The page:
• Ryan Pressly – The Twins drafted Pressly from the Red Sox organization. He remained on the Twins roster the entire 2013 season. He was able to be sent back to AAA during the 2014 season and pitched well enough to be called up during the season’s second half.

To select a player in the AAA portion, the cost to the team is $12,000. For a player selected in the AA portion, the cost is $5,000. In both cases, the player remains with the new organization.

It has become a lot more difficult to find high-level talent in the Rule 5. The rules changed a few years ago so that teams would have an extra year to determine whether or not to add a player to the 40 man roster.

The Twins have had some success in the Rule 5 draft in their past. Diamond certainly had one very good season. Shane Mack came to the Twins in the Rule 5 draft in 1989 and was a big contributor to the Twins for five seasons.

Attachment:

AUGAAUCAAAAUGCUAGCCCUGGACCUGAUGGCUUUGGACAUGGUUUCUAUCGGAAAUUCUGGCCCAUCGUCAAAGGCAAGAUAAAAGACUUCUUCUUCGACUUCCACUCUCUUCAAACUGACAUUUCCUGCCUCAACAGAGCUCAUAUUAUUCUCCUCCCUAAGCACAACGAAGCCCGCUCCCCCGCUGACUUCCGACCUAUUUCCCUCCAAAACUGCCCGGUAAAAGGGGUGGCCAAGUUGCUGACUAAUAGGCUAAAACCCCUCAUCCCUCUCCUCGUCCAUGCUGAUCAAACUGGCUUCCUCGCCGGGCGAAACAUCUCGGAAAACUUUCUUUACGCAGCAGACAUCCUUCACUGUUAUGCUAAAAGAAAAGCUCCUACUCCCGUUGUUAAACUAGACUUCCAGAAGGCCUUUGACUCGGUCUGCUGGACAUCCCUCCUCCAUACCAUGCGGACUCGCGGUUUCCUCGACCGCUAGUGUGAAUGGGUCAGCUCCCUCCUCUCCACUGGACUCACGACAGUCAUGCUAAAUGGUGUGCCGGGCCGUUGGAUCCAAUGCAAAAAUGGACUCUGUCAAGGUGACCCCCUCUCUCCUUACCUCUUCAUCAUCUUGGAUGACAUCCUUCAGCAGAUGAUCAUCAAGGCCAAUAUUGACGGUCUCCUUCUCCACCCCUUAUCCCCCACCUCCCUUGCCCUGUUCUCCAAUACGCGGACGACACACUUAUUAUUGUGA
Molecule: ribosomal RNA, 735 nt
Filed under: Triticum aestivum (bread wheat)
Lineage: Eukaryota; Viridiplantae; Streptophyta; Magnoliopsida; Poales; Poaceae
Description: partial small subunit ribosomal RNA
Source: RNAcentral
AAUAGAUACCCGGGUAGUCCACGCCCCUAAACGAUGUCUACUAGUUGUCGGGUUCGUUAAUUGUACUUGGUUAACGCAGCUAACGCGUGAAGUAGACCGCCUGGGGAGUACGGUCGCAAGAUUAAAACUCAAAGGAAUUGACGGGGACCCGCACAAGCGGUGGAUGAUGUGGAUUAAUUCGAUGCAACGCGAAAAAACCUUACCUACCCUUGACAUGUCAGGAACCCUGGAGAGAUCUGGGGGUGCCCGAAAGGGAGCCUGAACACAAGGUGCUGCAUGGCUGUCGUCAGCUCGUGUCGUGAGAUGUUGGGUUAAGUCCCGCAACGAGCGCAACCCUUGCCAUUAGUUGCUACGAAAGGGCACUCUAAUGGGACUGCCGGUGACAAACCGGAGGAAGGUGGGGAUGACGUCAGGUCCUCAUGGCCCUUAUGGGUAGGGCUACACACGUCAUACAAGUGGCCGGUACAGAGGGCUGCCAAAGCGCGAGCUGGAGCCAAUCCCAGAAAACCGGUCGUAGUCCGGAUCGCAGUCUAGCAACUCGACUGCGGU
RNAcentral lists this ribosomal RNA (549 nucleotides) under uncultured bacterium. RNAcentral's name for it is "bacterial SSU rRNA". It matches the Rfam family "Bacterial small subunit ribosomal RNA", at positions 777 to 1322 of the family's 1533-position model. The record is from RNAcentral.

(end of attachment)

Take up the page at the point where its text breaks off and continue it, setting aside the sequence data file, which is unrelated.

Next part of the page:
We don’t know who is or isn’t on the AAA or AA roster, so it’s really hard to determine who could be lost. A year ago, the Twins lost Tim Atherton to the A’s in the AAA draft. We do know who is on the Twins roster and who is eligible to be lost by the team.

We like to assume that first-round picks will be easy choices to add to the 40-man roster when that time comes. However, the Twins have several former first round picks who could be lost. There are several other players who could be taken.

To see the list of players that the Twins could lose in the Rule 5 draft, as well as a list of players that the Twins could potentially be interested in selecting with their Rule 5 pick, head on over to

While at Twins Daily, be sure to register and join in the great Twins discussion in the forums. Or, if you're interested, you could start your own blog here

Also, be sure to check out Parker's most recent article. He wrote about Molitor's Managerment Style